In the business I am in, of ministry and pastoral care, listening is such an important thing. I can prepare all the fancy theology and exegesis imaginable but if I don’t listen I might be getting it all wrong and embarrassing myself in the process.

The Freedom to Choose Life

There is so much life for us to enter into now that Christ is born. Our baptism into the life of Christ means that we inhabit a world of new beginnings. God is always seeking to communicate with us. Discernment is an essential part of hearing and receiving God’s words. The voice of God is full of power, but God does not force God’s self upon us. Rather we have to decide how we use the freedom God offers us. The triune God, who created order from chaos in the beginning, still desires to form us, to overturn our understanding of freedom and order.

We cannot escape God’s knowledge of us. This is cause for both thanksgiving and awesome trembling. It’s also an invitation to seek to know God as intimately as we are known by God. The basis of knowing God is love. As we grow in our ability to love God, our capacity for learning how to love others also expands. The Holy Spirit helps us recognize the communal nature of God’s love and call. How we live our lives affects those around us. The degree to which we seek to know and love one another is the degree to which we will understand this truth. The chaos in our world seems to call forth self-appointed prophets proclaiming doomsday and telling us “the time is at hand.” The specific prophecies might be wrong, but it is true that the time’s at hand. It is always the time to turn and freely choose new life in Christ.

Enuma Okoro, of Durham, North Carolina, is the author of Reluctant Pilgrim and co-author of Common Prayer: A Liturgy for Ordinary Radicals.

[ January 1 ]
Is That It?
Isaiah 61:10-62:3, Psalm 148;
Galatians 4:4-7; Luke 2:22-40

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The Gospel According to Charles Dickens: Charity worth Laughing At

Illustration of Dickens' "Christmas Carol." Photo by Tim King.
Illustration of Dickens' "Christmas Carol." Photo by Tim King.

Scrooge repented, promised to “honor Christmas in his heart” all year long and to never forget the lessons of the three spirits.

He celebrated Christmas day with his nephew, sent the Cratchit family a prize Christmas turkey and then given Bob Cratchit a raise. He became a second father to Tiny Tim, was known as a good man in the city and was remembered for his ability to keep Christmas well.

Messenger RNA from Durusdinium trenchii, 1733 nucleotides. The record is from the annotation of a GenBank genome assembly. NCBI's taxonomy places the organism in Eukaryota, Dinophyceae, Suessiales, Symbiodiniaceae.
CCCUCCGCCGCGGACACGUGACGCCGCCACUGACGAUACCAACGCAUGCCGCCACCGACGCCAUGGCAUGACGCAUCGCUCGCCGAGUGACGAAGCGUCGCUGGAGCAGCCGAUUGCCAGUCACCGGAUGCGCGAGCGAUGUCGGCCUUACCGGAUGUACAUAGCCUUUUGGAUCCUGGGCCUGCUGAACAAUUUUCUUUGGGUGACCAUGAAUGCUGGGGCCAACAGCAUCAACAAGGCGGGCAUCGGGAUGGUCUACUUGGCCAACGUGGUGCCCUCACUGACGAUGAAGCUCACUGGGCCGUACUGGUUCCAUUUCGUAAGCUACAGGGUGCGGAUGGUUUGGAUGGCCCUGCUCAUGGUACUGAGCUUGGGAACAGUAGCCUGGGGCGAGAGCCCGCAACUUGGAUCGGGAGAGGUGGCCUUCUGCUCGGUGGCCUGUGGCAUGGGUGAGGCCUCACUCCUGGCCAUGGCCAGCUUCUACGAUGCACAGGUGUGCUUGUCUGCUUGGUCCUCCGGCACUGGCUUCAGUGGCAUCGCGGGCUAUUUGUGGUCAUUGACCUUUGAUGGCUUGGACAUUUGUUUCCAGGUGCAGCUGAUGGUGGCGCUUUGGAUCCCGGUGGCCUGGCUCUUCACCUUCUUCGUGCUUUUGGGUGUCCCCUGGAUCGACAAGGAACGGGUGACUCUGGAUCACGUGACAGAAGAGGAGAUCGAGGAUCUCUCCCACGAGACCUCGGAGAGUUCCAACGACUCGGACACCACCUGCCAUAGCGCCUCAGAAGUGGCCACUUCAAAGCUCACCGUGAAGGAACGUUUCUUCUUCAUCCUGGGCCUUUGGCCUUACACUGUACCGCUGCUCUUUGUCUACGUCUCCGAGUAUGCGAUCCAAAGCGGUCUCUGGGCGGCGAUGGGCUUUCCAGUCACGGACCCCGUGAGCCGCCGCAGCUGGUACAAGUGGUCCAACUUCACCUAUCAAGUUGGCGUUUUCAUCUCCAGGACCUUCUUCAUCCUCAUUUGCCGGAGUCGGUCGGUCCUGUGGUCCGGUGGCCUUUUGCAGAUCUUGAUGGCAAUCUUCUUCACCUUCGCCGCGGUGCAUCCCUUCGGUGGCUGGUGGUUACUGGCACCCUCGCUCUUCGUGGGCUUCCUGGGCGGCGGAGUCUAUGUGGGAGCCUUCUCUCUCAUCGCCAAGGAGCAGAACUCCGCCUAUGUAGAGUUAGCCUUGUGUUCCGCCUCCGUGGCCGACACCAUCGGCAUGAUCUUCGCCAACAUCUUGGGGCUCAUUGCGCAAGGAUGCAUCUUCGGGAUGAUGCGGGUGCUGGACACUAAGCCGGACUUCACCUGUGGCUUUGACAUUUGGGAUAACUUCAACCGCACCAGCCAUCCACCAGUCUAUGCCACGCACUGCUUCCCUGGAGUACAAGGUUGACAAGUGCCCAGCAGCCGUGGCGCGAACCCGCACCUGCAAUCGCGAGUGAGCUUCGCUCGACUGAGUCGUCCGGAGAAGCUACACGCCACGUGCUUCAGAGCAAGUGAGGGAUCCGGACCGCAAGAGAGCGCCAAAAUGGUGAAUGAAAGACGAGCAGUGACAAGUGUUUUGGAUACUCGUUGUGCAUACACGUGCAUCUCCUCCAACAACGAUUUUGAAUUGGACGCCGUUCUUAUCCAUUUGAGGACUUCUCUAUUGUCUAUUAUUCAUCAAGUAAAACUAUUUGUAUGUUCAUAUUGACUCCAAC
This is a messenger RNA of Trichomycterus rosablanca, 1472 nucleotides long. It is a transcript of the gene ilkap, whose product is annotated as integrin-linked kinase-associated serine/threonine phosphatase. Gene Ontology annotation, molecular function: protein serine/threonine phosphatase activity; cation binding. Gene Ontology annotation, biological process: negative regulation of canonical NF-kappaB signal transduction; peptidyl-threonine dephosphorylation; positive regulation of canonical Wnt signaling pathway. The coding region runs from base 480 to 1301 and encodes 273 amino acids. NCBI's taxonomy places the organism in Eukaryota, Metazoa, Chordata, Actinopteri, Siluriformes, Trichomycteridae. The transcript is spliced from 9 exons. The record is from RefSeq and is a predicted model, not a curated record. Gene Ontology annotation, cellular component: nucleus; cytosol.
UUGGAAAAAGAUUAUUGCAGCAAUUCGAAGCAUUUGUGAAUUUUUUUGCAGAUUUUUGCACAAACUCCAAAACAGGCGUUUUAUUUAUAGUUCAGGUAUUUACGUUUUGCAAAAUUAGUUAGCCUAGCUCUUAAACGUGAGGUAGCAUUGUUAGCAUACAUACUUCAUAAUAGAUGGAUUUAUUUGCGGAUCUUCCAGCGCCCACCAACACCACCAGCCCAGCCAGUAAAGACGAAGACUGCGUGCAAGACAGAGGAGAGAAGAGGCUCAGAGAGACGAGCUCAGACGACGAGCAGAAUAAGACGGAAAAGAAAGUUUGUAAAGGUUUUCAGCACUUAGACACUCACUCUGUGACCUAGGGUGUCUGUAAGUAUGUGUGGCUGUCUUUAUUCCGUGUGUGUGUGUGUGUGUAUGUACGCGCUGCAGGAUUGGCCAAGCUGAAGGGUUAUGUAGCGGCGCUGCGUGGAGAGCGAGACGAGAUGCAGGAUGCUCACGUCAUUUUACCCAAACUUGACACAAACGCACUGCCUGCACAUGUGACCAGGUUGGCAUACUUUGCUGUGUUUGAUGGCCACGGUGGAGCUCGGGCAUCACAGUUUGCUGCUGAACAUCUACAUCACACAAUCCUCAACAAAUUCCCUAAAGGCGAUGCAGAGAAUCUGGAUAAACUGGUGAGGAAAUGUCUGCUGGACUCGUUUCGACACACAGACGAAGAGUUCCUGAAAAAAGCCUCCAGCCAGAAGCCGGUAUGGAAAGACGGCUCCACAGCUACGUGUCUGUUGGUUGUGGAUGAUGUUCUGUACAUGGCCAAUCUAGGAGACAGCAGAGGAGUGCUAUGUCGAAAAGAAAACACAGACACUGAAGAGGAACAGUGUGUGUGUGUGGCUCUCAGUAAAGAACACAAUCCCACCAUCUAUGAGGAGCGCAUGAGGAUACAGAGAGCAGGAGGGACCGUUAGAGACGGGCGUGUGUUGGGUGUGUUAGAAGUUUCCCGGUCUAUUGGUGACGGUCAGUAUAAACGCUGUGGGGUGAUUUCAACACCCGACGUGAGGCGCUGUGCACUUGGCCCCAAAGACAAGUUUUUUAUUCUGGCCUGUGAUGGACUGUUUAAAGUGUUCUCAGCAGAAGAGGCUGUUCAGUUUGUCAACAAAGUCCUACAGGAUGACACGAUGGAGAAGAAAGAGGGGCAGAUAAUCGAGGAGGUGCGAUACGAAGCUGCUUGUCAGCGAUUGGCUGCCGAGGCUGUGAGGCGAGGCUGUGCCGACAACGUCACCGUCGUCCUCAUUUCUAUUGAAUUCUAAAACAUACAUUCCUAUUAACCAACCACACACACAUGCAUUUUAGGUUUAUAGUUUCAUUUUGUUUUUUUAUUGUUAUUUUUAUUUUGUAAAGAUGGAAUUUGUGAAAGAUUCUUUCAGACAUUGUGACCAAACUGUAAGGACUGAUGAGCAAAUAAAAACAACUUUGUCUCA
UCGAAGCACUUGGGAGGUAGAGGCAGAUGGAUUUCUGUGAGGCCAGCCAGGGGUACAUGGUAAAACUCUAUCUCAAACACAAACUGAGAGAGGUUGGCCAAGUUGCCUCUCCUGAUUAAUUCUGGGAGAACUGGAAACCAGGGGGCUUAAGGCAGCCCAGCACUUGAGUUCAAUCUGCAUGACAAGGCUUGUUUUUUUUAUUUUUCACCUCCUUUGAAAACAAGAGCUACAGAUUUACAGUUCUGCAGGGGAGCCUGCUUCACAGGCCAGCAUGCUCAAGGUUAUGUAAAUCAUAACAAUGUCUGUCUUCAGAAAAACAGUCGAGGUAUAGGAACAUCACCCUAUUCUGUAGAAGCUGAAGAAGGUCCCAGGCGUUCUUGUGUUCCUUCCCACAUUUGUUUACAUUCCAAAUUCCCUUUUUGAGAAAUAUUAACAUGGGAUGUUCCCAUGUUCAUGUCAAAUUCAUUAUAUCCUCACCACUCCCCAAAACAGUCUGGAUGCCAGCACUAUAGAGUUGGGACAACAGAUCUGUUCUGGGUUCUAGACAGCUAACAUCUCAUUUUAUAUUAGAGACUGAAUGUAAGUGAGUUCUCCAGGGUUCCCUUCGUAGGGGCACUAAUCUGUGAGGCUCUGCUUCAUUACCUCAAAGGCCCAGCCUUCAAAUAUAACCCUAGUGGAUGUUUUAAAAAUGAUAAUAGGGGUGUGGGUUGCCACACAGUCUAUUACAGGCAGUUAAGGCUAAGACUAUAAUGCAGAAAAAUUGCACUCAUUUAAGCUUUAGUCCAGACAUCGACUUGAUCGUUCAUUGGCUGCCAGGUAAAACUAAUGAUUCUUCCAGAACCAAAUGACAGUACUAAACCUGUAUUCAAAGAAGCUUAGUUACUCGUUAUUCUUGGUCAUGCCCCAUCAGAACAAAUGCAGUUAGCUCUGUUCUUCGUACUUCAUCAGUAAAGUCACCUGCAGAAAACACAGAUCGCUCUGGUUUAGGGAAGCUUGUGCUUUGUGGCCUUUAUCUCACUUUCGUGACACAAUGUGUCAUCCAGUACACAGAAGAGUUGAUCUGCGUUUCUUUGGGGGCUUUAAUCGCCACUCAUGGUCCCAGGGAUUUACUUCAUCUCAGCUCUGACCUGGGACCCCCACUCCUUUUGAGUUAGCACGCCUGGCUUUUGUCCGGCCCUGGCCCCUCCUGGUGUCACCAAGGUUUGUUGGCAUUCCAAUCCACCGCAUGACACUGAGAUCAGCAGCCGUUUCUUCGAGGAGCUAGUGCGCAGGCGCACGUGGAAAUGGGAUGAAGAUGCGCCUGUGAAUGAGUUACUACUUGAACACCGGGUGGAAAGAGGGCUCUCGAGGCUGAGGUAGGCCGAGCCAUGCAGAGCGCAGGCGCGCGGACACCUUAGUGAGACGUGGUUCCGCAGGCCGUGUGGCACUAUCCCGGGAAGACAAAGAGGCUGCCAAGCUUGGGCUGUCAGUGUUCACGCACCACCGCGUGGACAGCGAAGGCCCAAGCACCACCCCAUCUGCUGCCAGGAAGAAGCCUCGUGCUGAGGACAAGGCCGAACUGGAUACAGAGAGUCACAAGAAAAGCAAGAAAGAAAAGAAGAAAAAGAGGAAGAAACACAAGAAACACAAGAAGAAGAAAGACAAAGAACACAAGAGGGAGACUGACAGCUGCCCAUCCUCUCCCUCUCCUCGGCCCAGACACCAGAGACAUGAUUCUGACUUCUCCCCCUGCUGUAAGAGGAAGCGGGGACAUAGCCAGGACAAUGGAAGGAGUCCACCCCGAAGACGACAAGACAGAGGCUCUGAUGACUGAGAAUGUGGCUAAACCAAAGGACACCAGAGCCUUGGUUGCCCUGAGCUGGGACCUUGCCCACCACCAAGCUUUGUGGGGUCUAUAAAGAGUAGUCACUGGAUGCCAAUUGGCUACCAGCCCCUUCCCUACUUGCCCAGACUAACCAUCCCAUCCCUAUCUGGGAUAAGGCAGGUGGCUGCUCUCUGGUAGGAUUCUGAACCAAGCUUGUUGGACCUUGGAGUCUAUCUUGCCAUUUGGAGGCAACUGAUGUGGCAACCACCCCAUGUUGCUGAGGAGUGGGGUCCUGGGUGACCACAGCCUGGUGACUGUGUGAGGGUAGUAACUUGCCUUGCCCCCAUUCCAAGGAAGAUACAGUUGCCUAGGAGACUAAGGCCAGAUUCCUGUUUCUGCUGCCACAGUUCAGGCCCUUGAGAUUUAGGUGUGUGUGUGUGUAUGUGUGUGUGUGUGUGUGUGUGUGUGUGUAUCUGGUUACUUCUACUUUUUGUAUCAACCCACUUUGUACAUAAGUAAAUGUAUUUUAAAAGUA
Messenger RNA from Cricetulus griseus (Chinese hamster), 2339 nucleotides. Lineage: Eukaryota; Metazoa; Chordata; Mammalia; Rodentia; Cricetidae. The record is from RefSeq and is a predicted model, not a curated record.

But, as Dickens pointed out, this didn’t come without some laughter and derision.

Some people who knew Scrooge as a misanthrope before, now saw the old, mean man as a fool. The radical conversion Scrooge underwent  caused some to question whether this new Ebenezer was still of sound mind.

This is as it should be.

A Christmas Reflection: Grace

"Lying in a manger." Image via http://bit.ly/rD9s7H
"Lying in a manger." Image via http://bit.ly/rD9s7H

At the center of the nativity picture is that baby in the manger.

That baby Jesus will be many more things as his life, death, resurrection and eternity continues but here in the straw, and central to everything he will do and be, he is a symbol of grace.

This is what Christianity boils down to. This is it at its most naked. Shed the tragedies of Christian history, the boredom of what you’ve experienced in Church (how was that possible!), the legalism that has oppressed your youth or whatever else has damaged your perspective of God and you are left with this amazing concept of grace.

Put most simply, grace is the “unmerited favor” of God.

Hit the Hallelujah Button: With the Cathedral Choir from New Jersey

Each day leading until Christmas we will post a different video rendition of the "Hallelujah Chorus" for your holiday enjoyment and edification.

Today's entry is a traditional orchestration and performance of Handel's famed chorus by The Cathedral Choir of New Jersey. The video is taken from the 66th rendition of the "Hallelujah Chorus" performed by the choir on Dec. 5, 2009 at Hawthorne Gospel Church in Hawthorne, NJ.

Hallelujah Chorus from RVR Video Productions on Vimeo.

Why the "War on Christmas" Doesn't Translate Across the Pond

Christmas lights in London's Trafalgar Square, St. Martin's in the Field behind.
Christmas lights in London's Trafalgar Square, St. Martin's in the Field behind. Via http://www.wylio.com/credits/Flickr/839615

I’m not sure we can quite get our heads around the latest ‘war’ being waged in the United States – the ‘war on Christmas’.

Visions of the 101st Airborne heading towards the North Pole abound. Anti-reindeer defense weapons, covert elf anti-merriment operatives and a unilateral ban on all copies of A Christmas Carol (in its various media iterations)? Is that what we have come to?

Surely — and thankfully — not, but given some of the rhetoric that is thrown around in the media at this time of year, you might be forgiven for thinking so!

Given that most reporting about religion in the UK and Europe usually includes the phrase “an increasingly secular country," you might think that the "war on Christmas" back on the old sod is even more sustained and sophisticated than in the United States.

Picture heavily fortified nativity scenes being assaulted by atheist flash mobs chanting “HAPPY HOLIDAYS!” if you will.

Well, I’m sorry to tell you that I’ve yet to witness such a terrifying scene on the streets of London.